The business model of research-based pharmaceutical companies is under significant pressure. Their return on R&D investment has dropped to its lowest levels in decades, and their public reputation in the United States and abroad is worse than ever.
One antidote to these problems is to transform “access to medicine” from a relentless activist slogan to a fully-fledged business strategy. By that I mean that pharma companies should develop innovative treatments for pervasive unmet medical needs; avoid corruption, collusion, and other unethical marketing practices; and make sure that their products reach as many patients around the world as possible. This strategy will tap potential growth in emerging markets, limit the risks of misconduct, and improve public trust in the industry.
It’s a fact that the current business model of pharma companies is not working efficiently. For each $1 billion spent on R&D, the number of new medicines approved has halved roughly every nine years since 1950. The estimated return on these (fewer) products has itself declined substantially since 2010, from 10.1% to 3.7%.
This decline can be partly explained by the transition from one-size-fits-all blockbuster drugs to niche therapies (which have smaller patient groups). However, it also reflects stronger pressures to lower medicine costs in traditional pharmaceutical markets. In just the last few months, President Trump made a commitment to bring down drug prices, high-ranking government ministers in the Netherlands published a strong call to develop alternative pharmaceutical business models, and the OECD released a report that recognized the need to rebalance the negotiating powers of payers and pharma companies.
This represents a disquieting trend for companies whose profit growth heavily depends on price increases. According to a Credit Suisse analysis of 20 leading global pharma companies, 80% of their growth in net profits in 2014 stemmed from price increases in the United States.
Undoubtedly, these findings (and related controversies over drug prices) further undermined trust in the industry. According to the 2016 Harris Corporate Reputation Poll, only one-third of U.S. citizens have a positive opinion of big pharma. An August 2016 Gallup Poll found that no industry is held in lower esteem by U.S. citizens than pharmaceuticals (the sector’s worst showing in 16 years).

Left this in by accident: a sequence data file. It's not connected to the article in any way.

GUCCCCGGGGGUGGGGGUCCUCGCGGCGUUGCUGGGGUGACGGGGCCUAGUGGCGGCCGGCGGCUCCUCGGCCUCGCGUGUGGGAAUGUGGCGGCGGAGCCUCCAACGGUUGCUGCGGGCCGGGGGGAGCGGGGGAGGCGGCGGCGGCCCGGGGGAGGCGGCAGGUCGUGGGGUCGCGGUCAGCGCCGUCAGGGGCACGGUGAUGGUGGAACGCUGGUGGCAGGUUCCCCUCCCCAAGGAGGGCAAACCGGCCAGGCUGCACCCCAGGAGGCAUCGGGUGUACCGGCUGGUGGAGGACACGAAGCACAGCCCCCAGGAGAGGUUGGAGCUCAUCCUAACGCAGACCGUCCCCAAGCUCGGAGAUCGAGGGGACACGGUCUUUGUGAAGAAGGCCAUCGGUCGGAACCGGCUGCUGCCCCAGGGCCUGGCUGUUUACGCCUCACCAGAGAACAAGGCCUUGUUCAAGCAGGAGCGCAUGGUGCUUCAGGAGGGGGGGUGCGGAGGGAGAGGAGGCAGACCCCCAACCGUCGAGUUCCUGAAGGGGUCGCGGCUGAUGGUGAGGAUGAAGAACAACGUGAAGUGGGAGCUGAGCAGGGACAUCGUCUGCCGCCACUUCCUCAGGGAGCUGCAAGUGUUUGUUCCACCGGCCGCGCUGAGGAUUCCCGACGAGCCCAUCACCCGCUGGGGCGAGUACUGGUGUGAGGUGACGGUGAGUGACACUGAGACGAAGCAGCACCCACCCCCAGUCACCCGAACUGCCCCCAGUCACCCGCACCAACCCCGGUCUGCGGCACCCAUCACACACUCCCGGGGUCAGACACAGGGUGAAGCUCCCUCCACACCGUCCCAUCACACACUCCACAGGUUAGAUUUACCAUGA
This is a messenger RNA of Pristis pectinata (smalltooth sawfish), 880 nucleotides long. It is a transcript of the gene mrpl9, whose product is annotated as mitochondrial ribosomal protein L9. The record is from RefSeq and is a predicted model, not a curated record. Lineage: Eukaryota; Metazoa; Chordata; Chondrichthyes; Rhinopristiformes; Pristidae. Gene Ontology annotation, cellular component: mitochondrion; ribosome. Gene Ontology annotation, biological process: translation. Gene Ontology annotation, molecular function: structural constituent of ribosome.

This worrisome mix of little growth potential and low reputation is the main explanation for why investors are increasingly interested in how pharma companies manage access-to-medicine opportunities and risks, which range from developing new treatments for neglected populations and pricing existing products at affordable levels to avoiding corruption and price collusion.
For instance, 60 institutional investors, collectively managing more than $5.5 trillion in assets, have committed to taking into account the findings of the Access to Medicine Index while conducting their investment analyses and running their engagement meetings. (The Access to Medicine Index, which my organization produces, assesses 20 of the world’s largest pharma companies according to their efforts to reach the 2 billion people who still lack access to medicine in low- and middle-income countries.)
Improving access to medicine is also promoted by BlackRock and Ceres, a nonprofit advocate of sustainability, in its guide for institutional investors seeking to engage companies on sustainability issues, and by Morgan Stanley in a report outlining a framework for incorporating sustainability performance data into the investment-analysis process. And it is the first topic of the provisional standard for the pharmaceutical sector produced by the Sustainability Accounting Standards Board. The standard states that “a strategic approach to access to medicines can yield opportunities for growth, innovation, and unique partnerships, which can enhance shareholder value.”
Expanding access to medicines will help pharma companies enhance shareholder value in several ways:
Unlock growth potential in emerging markets. These markets are already responsible for about one-quarter of the revenues of several research-based pharma companies, and are expected to contribute 50% to 75% of the growth in global spending on pharmaceuticals in the next four years. In order to fully benefit from the growth of these countries, pharma companies should help reduce barriers to access to medicine and participate directly in the development of sustainable markets.
Mitigate the risk of unethical conduct. Companies need strict policies and strong compliance systems to avoid unethical practices (from corruption to anticompetitive measures). This prevents fines and settlements, damage to their reputations, and more burdensome regulation. Ethical conduct is particularly important in emerging markets where companies rely heavily on governments’ goodwill for market access and health care investments.
Enhance corporate reputations. A bad reputation is obviously not good for business. Restoring public trust in pharma companies would enhance their capacity to attract the best talent, encourage patients to participate in clinical trials, and obtain premium prices for truly innovative products. Also important, it could help them retain the strong patent protection that their products now enjoy.
The success of new business models depends on both the willingness and the ability of pharmaceutical companies to fully integrate access to medicine into their business strategies. Companies should take a patient-centric approach, where barriers to access are first fully understood and then proactively addressed. Moreover, they should partner with other actors, including governments, NGOs, and private foundations, to build capacities into the pharma value chain while avoiding conflicts of interest.
The message is clear: Pharma companies should treat underserved demographics as a growth opportunity, not as a lost cause.